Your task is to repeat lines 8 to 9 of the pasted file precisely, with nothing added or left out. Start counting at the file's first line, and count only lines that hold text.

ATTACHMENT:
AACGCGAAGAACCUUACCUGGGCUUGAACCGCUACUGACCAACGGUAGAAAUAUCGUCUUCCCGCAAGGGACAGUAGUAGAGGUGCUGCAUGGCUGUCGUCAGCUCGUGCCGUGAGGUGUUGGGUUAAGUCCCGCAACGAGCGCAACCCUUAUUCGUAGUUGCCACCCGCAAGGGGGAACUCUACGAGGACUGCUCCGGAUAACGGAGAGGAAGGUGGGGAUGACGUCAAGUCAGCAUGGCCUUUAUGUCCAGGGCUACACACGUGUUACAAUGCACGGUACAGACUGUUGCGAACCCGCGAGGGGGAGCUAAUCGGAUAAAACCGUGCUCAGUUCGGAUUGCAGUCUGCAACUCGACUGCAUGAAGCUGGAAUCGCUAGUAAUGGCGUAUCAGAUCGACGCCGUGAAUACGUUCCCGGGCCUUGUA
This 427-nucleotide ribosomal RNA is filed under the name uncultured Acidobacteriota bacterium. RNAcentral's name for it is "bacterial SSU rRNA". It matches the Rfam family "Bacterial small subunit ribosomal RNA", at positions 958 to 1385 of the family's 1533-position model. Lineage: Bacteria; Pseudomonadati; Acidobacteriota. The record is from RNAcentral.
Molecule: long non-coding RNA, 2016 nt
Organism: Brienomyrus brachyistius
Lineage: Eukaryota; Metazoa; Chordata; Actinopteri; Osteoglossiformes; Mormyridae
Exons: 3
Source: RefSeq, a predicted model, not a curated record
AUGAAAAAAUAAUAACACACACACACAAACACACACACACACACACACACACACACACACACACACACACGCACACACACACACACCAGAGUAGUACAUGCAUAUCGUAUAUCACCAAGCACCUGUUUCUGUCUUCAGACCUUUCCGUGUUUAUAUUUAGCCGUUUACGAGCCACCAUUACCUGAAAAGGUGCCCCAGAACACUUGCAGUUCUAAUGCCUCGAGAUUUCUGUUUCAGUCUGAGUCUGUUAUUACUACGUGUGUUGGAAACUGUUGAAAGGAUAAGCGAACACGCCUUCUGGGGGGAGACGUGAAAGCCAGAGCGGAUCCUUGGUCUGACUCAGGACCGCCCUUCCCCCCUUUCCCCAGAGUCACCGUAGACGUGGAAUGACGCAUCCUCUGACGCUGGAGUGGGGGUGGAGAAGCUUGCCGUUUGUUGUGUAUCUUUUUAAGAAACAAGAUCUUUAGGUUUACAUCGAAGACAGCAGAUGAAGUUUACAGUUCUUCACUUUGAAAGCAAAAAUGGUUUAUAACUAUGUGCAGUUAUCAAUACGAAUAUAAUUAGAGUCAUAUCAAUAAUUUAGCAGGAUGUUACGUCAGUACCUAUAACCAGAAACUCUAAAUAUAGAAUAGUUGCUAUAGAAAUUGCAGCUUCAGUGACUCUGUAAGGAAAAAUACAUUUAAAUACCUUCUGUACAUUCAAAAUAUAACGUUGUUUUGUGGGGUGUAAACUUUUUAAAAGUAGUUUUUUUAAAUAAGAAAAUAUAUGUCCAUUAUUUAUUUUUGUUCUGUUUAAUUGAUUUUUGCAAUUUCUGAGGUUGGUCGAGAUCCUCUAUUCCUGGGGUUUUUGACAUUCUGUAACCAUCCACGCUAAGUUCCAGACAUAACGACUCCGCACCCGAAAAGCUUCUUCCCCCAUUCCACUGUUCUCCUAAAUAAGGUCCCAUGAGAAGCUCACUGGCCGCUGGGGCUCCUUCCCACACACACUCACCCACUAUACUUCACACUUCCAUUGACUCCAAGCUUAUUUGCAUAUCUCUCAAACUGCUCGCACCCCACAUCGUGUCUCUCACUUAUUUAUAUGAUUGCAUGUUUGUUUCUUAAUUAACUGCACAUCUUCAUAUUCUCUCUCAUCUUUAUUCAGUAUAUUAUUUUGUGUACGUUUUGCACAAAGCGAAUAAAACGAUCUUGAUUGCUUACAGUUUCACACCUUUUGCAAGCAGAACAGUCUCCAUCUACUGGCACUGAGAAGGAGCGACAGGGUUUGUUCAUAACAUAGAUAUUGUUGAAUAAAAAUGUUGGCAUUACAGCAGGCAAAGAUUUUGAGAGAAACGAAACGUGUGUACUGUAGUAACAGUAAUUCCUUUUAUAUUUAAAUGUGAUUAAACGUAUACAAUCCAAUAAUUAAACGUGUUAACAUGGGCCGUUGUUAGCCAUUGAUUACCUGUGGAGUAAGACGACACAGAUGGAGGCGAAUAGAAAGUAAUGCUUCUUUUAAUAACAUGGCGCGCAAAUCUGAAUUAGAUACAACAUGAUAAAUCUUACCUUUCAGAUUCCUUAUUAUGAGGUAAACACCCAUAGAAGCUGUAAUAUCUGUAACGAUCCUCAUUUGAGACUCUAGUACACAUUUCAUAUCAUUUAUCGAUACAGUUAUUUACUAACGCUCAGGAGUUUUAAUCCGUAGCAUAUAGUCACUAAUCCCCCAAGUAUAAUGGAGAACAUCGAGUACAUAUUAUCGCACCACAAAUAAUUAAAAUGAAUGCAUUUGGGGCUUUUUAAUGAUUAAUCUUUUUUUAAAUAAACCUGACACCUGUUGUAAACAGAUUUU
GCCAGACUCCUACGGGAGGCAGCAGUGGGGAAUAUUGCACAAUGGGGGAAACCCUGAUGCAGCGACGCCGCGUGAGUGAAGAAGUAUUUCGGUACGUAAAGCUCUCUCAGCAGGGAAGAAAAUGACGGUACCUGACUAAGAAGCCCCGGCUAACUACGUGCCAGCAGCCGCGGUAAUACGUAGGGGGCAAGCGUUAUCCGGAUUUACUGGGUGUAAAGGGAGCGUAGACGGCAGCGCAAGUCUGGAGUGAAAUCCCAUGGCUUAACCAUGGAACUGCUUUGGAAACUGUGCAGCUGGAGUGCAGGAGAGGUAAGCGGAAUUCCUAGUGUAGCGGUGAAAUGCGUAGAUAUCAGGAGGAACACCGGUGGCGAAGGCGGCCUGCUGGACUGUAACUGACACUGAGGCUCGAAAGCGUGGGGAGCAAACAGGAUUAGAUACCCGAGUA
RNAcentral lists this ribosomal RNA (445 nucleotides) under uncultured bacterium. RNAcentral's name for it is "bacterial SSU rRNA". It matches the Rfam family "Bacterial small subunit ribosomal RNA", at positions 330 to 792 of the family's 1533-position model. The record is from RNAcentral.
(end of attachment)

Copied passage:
AUGAAAAAAUAAUAACACACACACACAAACACACACACACACACACACACACACACACACACACACACACGCACACACACACACACCAGAGUAGUACAUGCAUAUCGUAUAUCACCAAGCACCUGUUUCUGUCUUCAGACCUUUCCGUGUUUAUAUUUAGCCGUUUACGAGCCACCAUUACCUGAAAAGGUGCCCCAGAACACUUGCAGUUCUAAUGCCUCGAGAUUUCUGUUUCAGUCUGAGUCUGUUAUUACUACGUGUGUUGGAAACUGUUGAAAGGAUAAGCGAACACGCCUUCUGGGGGGAGACGUGAAAGCCAGAGCGGAUCCUUGGUCUGACUCAGGACCGCCCUUCCCCCCUUUCCCCAGAGUCACCGUAGACGUGGAAUGACGCAUCCUCUGACGCUGGAGUGGGGGUGGAGAAGCUUGCCGUUUGUUGUGUAUCUUUUUAAGAAACAAGAUCUUUAGGUUUACAUCGAAGACAGCAGAUGAAGUUUACAGUUCUUCACUUUGAAAGCAAAAAUGGUUUAUAACUAUGUGCAGUUAUCAAUACGAAUAUAAUUAGAGUCAUAUCAAUAAUUUAGCAGGAUGUUACGUCAGUACCUAUAACCAGAAACUCUAAAUAUAGAAUAGUUGCUAUAGAAAUUGCAGCUUCAGUGACUCUGUAAGGAAAAAUACAUUUAAAUACCUUCUGUACAUUCAAAAUAUAACGUUGUUUUGUGGGGUGUAAACUUUUUAAAAGUAGUUUUUUUAAAUAAGAAAAUAUAUGUCCAUUAUUUAUUUUUGUUCUGUUUAAUUGAUUUUUGCAAUUUCUGAGGUUGGUCGAGAUCCUCUAUUCCUGGGGUUUUUGACAUUCUGUAACCAUCCACGCUAAGUUCCAGACAUAACGACUCCGCACCCGAAAAGCUUCUUCCCCCAUUCCACUGUUCUCCUAAAUAAGGUCCCAUGAGAAGCUCACUGGCCGCUGGGGCUCCUUCCCACACACACUCACCCACUAUACUUCACACUUCCAUUGACUCCAAGCUUAUUUGCAUAUCUCUCAAACUGCUCGCACCCCACAUCGUGUCUCUCACUUAUUUAUAUGAUUGCAUGUUUGUUUCUUAAUUAACUGCACAUCUUCAUAUUCUCUCUCAUCUUUAUUCAGUAUAUUAUUUUGUGUACGUUUUGCACAAAGCGAAUAAAACGAUCUUGAUUGCUUACAGUUUCACACCUUUUGCAAGCAGAACAGUCUCCAUCUACUGGCACUGAGAAGGAGCGACAGGGUUUGUUCAUAACAUAGAUAUUGUUGAAUAAAAAUGUUGGCAUUACAGCAGGCAAAGAUUUUGAGAGAAACGAAACGUGUGUACUGUAGUAACAGUAAUUCCUUUUAUAUUUAAAUGUGAUUAAACGUAUACAAUCCAAUAAUUAAACGUGUUAACAUGGGCCGUUGUUAGCCAUUGAUUACCUGUGGAGUAAGACGACACAGAUGGAGGCGAAUAGAAAGUAAUGCUUCUUUUAAUAACAUGGCGCGCAAAUCUGAAUUAGAUACAACAUGAUAAAUCUUACCUUUCAGAUUCCUUAUUAUGAGGUAAACACCCAUAGAAGCUGUAAUAUCUGUAACGAUCCUCAUUUGAGACUCUAGUACACAUUUCAUAUCAUUUAUCGAUACAGUUAUUUACUAACGCUCAGGAGUUUUAAUCCGUAGCAUAUAGUCACUAAUCCCCCAAGUAUAAUGGAGAACAUCGAGUACAUAUUAUCGCACCACAAAUAAUUAAAAUGAAUGCAUUUGGGGCUUUUUAAUGAUUAAUCUUUUUUUAAAUAAACCUGACACCUGUUGUAAACAGAUUUU
GCCAGACUCCUACGGGAGGCAGCAGUGGGGAAUAUUGCACAAUGGGGGAAACCCUGAUGCAGCGACGCCGCGUGAGUGAAGAAGUAUUUCGGUACGUAAAGCUCUCUCAGCAGGGAAGAAAAUGACGGUACCUGACUAAGAAGCCCCGGCUAACUACGUGCCAGCAGCCGCGGUAAUACGUAGGGGGCAAGCGUUAUCCGGAUUUACUGGGUGUAAAGGGAGCGUAGACGGCAGCGCAAGUCUGGAGUGAAAUCCCAUGGCUUAACCAUGGAACUGCUUUGGAAACUGUGCAGCUGGAGUGCAGGAGAGGUAAGCGGAAUUCCUAGUGUAGCGGUGAAAUGCGUAGAUAUCAGGAGGAACACCGGUGGCGAAGGCGGCCUGCUGGACUGUAACUGACACUGAGGCUCGAAAGCGUGGGGAGCAAACAGGAUUAGAUACCCGAGUA